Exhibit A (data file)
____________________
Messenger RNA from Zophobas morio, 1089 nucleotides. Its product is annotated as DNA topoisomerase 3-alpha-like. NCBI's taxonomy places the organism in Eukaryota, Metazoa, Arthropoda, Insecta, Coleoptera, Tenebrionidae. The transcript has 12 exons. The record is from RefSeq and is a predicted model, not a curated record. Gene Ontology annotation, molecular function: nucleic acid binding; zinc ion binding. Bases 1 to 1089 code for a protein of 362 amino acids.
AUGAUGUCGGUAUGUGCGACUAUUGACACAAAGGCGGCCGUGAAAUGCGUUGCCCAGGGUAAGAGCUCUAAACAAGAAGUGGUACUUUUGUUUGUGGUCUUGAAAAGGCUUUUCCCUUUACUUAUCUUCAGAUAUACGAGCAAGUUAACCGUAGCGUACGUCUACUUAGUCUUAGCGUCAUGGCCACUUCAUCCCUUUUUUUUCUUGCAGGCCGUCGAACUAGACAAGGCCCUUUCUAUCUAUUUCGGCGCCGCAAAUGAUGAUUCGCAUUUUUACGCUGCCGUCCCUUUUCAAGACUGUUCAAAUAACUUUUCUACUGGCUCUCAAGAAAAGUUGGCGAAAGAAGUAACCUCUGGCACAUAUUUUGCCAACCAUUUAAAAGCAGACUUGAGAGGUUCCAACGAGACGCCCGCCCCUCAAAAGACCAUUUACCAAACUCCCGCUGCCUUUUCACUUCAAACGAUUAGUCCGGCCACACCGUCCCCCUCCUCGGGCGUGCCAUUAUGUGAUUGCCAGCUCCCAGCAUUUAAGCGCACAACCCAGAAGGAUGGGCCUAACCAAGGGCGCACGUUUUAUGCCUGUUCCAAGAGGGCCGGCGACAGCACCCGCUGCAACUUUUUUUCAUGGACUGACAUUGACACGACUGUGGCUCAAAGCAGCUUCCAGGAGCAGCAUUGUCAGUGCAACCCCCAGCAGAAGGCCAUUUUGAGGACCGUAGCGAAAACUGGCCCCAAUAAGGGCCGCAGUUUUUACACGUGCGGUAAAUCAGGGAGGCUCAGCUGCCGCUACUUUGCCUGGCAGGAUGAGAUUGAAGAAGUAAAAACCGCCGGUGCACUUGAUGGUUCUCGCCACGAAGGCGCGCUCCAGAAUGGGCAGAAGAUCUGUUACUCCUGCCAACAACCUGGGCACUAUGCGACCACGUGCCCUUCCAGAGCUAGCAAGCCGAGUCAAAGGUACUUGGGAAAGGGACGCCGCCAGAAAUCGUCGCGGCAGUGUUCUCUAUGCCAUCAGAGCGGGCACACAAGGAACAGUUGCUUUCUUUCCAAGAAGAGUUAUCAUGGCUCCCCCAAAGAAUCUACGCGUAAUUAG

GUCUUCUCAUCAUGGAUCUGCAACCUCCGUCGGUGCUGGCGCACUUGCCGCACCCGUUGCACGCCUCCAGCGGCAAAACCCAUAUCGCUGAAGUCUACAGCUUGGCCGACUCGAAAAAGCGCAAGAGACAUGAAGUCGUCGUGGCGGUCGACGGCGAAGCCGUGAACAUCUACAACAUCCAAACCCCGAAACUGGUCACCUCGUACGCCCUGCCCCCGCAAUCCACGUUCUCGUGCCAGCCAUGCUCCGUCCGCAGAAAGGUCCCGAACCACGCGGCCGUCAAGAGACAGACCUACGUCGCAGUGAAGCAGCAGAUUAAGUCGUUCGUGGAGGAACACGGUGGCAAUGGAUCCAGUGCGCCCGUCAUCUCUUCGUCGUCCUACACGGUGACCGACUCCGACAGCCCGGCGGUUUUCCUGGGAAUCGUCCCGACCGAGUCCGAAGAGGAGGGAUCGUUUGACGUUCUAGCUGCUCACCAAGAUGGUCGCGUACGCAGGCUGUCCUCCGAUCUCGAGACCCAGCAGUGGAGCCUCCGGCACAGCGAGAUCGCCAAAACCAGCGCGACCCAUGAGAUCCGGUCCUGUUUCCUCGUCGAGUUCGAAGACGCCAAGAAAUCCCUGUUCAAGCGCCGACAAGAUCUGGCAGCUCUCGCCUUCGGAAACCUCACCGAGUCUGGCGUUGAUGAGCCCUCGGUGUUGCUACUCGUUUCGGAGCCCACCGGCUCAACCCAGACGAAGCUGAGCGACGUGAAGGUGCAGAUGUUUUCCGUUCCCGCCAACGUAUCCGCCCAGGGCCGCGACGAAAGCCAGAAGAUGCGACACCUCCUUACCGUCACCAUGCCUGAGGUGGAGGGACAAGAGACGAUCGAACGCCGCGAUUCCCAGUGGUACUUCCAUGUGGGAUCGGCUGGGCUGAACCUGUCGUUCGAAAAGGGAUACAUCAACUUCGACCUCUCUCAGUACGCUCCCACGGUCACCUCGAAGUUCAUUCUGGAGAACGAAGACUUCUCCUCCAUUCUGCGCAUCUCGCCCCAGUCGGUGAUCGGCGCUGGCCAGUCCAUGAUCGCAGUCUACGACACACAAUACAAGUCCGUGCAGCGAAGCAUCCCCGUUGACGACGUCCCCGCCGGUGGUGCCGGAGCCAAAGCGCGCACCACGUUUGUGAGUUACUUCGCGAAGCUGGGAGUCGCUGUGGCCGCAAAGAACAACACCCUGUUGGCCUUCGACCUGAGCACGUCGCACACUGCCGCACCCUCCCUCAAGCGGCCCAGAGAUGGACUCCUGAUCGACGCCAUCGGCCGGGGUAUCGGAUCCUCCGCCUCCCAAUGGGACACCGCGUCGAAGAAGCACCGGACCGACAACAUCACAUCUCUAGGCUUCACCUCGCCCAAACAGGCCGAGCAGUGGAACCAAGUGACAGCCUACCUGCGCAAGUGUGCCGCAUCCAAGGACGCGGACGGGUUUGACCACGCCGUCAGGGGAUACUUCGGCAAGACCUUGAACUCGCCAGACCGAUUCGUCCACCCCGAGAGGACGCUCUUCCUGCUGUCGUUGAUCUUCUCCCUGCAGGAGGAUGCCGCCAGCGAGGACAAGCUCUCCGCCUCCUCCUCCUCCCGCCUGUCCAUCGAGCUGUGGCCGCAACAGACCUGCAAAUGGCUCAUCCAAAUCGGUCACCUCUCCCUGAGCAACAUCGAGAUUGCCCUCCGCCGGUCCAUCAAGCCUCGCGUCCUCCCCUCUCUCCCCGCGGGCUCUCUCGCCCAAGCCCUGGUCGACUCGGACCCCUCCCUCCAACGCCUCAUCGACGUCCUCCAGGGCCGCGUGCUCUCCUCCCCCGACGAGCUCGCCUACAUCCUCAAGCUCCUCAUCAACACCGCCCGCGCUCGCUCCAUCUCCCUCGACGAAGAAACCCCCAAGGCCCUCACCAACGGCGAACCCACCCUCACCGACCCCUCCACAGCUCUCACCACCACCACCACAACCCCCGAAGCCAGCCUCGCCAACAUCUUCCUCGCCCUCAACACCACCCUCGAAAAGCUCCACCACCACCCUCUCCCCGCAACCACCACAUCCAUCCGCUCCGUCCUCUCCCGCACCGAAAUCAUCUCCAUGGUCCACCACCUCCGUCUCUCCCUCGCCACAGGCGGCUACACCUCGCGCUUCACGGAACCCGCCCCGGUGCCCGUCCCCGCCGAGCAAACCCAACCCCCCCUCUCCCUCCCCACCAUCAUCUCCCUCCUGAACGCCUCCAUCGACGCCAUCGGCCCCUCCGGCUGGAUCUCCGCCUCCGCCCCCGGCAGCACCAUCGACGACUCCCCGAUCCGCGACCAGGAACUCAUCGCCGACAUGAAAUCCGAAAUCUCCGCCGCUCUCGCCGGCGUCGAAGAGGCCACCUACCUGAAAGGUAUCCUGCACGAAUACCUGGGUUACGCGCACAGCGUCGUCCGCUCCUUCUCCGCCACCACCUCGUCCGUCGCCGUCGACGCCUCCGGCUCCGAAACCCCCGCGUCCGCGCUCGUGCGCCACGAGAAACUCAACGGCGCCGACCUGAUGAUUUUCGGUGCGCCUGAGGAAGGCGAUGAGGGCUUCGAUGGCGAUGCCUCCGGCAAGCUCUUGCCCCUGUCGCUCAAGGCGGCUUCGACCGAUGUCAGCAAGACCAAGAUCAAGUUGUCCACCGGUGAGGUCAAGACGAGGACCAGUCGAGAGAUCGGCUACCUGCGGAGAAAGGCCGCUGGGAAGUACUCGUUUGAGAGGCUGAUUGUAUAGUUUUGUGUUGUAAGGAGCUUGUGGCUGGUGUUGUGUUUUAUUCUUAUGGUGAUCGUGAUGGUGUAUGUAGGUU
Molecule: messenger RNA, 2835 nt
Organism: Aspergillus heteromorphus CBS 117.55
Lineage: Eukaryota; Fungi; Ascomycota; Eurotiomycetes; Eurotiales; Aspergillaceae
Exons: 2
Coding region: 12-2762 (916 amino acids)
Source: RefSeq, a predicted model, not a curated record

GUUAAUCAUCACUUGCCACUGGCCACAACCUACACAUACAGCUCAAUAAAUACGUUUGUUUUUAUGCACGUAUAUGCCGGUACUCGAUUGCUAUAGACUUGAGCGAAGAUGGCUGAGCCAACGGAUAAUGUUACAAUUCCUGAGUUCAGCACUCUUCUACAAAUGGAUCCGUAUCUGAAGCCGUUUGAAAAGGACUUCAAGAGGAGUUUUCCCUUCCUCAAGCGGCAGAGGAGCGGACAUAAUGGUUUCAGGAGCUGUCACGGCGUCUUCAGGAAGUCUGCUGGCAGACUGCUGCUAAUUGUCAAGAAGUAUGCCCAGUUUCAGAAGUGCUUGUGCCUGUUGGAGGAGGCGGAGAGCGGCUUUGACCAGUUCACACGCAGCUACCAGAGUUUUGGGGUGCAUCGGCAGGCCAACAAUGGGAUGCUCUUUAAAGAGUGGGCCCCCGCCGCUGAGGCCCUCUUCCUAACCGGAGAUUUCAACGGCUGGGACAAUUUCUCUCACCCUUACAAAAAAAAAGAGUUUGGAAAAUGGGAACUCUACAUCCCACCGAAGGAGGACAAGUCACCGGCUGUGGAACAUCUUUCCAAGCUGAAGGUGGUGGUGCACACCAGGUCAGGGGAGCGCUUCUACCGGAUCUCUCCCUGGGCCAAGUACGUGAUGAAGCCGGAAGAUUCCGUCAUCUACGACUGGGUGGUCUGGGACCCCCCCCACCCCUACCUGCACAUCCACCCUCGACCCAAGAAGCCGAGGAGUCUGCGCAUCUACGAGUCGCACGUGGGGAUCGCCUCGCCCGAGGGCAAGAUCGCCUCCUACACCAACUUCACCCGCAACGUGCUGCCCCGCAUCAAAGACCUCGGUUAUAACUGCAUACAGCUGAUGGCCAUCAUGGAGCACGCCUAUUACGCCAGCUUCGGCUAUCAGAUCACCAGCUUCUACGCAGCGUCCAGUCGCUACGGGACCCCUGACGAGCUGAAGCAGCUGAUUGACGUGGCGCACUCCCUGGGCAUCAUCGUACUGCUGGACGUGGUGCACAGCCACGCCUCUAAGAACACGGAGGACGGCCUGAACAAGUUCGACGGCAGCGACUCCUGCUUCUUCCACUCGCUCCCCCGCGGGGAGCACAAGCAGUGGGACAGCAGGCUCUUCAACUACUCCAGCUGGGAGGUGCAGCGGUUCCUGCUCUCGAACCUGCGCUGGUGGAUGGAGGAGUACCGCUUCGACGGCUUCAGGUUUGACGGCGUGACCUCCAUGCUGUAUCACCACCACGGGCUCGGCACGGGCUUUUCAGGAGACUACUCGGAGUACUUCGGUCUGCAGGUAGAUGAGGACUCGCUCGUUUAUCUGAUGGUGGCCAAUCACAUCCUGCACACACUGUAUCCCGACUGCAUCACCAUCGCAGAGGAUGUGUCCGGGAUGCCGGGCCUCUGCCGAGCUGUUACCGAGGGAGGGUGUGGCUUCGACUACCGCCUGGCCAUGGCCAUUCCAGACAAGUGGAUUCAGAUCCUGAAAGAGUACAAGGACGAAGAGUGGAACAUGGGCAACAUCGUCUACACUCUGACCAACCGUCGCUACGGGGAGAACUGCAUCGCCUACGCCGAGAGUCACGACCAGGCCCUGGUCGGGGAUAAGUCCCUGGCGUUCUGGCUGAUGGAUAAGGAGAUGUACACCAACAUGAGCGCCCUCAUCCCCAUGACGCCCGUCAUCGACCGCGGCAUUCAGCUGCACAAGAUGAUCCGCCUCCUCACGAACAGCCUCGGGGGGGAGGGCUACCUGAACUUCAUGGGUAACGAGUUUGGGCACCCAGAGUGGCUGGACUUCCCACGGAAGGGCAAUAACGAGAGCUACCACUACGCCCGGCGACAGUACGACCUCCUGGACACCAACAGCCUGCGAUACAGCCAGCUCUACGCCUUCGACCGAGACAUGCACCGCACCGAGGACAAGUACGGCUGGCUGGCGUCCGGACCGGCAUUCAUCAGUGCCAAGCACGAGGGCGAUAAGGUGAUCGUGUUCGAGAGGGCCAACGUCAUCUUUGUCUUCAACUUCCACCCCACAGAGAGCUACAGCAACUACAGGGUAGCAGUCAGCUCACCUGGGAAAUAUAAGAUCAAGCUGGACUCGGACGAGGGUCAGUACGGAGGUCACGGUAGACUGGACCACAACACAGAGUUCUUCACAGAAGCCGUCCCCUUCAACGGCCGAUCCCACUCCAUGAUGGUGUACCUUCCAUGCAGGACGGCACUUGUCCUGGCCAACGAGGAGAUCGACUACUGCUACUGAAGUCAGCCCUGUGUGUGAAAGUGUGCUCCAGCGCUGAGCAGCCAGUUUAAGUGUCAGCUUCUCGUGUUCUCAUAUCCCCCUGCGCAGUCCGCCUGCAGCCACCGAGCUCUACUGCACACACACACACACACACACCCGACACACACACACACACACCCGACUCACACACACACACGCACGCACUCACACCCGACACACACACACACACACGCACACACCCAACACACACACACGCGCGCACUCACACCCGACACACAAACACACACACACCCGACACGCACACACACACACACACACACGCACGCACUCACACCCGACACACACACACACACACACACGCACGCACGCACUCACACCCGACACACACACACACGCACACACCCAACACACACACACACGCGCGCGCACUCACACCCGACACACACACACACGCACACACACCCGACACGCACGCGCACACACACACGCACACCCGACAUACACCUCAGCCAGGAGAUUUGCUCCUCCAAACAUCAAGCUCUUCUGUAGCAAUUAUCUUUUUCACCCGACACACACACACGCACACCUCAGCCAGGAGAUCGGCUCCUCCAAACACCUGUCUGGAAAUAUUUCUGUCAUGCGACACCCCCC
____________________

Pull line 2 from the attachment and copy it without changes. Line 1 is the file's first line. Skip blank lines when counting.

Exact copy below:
AUGAUGUCGGUAUGUGCGACUAUUGACACAAAGGCGGCCGUGAAAUGCGUUGCCCAGGGUAAGAGCUCUAAACAAGAAGUGGUACUUUUGUUUGUGGUCUUGAAAAGGCUUUUCCCUUUACUUAUCUUCAGAUAUACGAGCAAGUUAACCGUAGCGUACGUCUACUUAGUCUUAGCGUCAUGGCCACUUCAUCCCUUUUUUUUCUUGCAGGCCGUCGAACUAGACAAGGCCCUUUCUAUCUAUUUCGGCGCCGCAAAUGAUGAUUCGCAUUUUUACGCUGCCGUCCCUUUUCAAGACUGUUCAAAUAACUUUUCUACUGGCUCUCAAGAAAAGUUGGCGAAAGAAGUAACCUCUGGCACAUAUUUUGCCAACCAUUUAAAAGCAGACUUGAGAGGUUCCAACGAGACGCCCGCCCCUCAAAAGACCAUUUACCAAACUCCCGCUGCCUUUUCACUUCAAACGAUUAGUCCGGCCACACCGUCCCCCUCCUCGGGCGUGCCAUUAUGUGAUUGCCAGCUCCCAGCAUUUAAGCGCACAACCCAGAAGGAUGGGCCUAACCAAGGGCGCACGUUUUAUGCCUGUUCCAAGAGGGCCGGCGACAGCACCCGCUGCAACUUUUUUUCAUGGACUGACAUUGACACGACUGUGGCUCAAAGCAGCUUCCAGGAGCAGCAUUGUCAGUGCAACCCCCAGCAGAAGGCCAUUUUGAGGACCGUAGCGAAAACUGGCCCCAAUAAGGGCCGCAGUUUUUACACGUGCGGUAAAUCAGGGAGGCUCAGCUGCCGCUACUUUGCCUGGCAGGAUGAGAUUGAAGAAGUAAAAACCGCCGGUGCACUUGAUGGUUCUCGCCACGAAGGCGCGCUCCAGAAUGGGCAGAAGAUCUGUUACUCCUGCCAACAACCUGGGCACUAUGCGACCACGUGCCCUUCCAGAGCUAGCAAGCCGAGUCAAAGGUACUUGGGAAAGGGACGCCGCCAGAAAUCGUCGCGGCAGUGUUCUCUAUGCCAUCAGAGCGGGCACACAAGGAACAGUUGCUUUCUUUCCAAGAAGAGUUAUCAUGGCUCCCCCAAAGAAUCUACGCGUAAUUAG